The 2015 scheduled establishment of ASEAN Economic Community (AEC) together with the implementation of World Trade Organization (WTO) commitments and other bilateral and multilateral free trade agreements will completely help Vietnam’s retail market to go out the restriction, putting local businesses in a face to face competition to foreign giants.
After eight years of a WTO member, Vietnam has attracted most of the world and region’s leading retailers such as Metro Cash & Carry (Germany), Big C (France), Parkson (Malaysia), Circle (the US), Lotte (South Korea), Aoen (Japan) and FairPrice (Singapore).
Two Thai giants Berli Jucker and Central Group have recently implemented their projects in Vietnam.
Singaporean Shop & Go has been in Vietnam since mid 2005 and become the largest convenient store chain with 110 stores, followed by the US’s Circle K with over 70 outlets in Ho Chi Minh City.
B’Mart of Thailand has launched 96 outlets in Vietnam after buying the Japanese FamilyMart chain, the number is expected to hit 300 by 2018. Big C has recently opened more than 10 C-Express stores nationwide.
Inadequate statistics show that HCMC has about 700 convenient stores–66 of these are operating in chains, and 37 commercial centers, 168 supermarkets, about 723 convenient stores and 240 traditional markets.
According to a survey, the 10 million population city should have 100 commercial centers, 1,000 supermarkets, 10,000 convenient stores to diversify the distribution system and better serving the shopping demand of residents.
Vietnam is a potential retail market. Retail revenue growth averaged 21.2 percent for the last five years and earned $124 billion in 2013.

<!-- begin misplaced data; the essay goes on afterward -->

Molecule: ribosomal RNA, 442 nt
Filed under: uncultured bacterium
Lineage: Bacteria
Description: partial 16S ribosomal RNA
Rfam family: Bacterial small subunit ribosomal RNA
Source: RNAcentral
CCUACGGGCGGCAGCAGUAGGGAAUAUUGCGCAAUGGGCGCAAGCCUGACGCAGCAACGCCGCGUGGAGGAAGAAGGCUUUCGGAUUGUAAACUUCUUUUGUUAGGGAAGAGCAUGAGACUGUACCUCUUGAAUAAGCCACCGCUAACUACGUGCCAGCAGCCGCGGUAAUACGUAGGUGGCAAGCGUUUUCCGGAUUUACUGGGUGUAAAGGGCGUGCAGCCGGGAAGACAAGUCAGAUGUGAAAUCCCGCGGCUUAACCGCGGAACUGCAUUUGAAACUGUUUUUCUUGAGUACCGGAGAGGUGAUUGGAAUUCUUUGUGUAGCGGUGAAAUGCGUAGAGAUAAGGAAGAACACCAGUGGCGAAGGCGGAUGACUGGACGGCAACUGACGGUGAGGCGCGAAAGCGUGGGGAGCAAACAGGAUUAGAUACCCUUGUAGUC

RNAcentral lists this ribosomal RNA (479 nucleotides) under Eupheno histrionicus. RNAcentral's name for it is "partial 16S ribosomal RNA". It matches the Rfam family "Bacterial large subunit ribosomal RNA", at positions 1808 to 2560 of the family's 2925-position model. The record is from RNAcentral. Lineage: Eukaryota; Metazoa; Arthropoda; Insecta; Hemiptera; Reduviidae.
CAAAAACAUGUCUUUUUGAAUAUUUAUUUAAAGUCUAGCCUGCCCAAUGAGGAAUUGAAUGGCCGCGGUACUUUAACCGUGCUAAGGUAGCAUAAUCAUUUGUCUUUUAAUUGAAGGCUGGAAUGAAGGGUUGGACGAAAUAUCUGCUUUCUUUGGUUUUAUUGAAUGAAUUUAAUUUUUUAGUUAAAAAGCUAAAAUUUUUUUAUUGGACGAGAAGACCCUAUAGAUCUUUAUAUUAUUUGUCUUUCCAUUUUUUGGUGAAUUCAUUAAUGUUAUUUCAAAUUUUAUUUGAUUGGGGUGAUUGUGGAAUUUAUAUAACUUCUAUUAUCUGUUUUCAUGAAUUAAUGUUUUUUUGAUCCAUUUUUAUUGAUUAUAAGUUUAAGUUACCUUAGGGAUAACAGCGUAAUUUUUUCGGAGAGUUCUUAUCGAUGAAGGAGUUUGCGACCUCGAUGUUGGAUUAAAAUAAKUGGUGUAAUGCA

While the number of domestic retailers is rather limited, namely Saigon Co.op with 72 supermarkets, 86 Co.op Food stores, 200 Co.op stores, one Co.opXtraPlus and one commercial center Sence City.
Besides, Dong Hung Company has 26 Citimart supermarkets, An Phong Company has six Maximark trade centers and Saigon Trading Group has two supermarkets and 42 Satra Food stores. Nhat Nam Company is with Fivimart supermarket chain and Hanoi Trade Corporation with some supermarkets and Hapro stores.
Chairwoman of the Vietnam Retailers Association Dinh Thi My Loan said that about 10 percent foreign retailers have been present in Vietnam, running 40 percent of the country’s supermarkets. They are forecast to continue increasing in the country.
According to WTO commitments, foreign direct investment (FDI) companies have been permitted to join Vietnam’s distribution system since 2009 in 110 out of 155 service sub-sectors as per WTO’s classification, including commission agent, wholesaling, retailing, multi level marketing, and franchising.
They have not been permitted to distribute cigarette, newspaper and book, magazine, videos, precious stones and metal, medicine, dynamite, petrol, crude oil, sugar and rice in Vietnam.
On March 29, the Government has loosened the Economic Needs Test (ENT) which foreign firms have to pass to establish their second and subsequent outlets, providing them with an ENT exemption for retail stores of less than 500 square meters to sell some items in the banned list such as rice, sugar, cigarette and book and newspaper.
Vietnam has also pledged not to limit the origin of products in foreign retail outlets in the country, giving foreign retailers full power to decide what kinds of goods with Vietnamese or foreign origins that they can sell in Vietnam.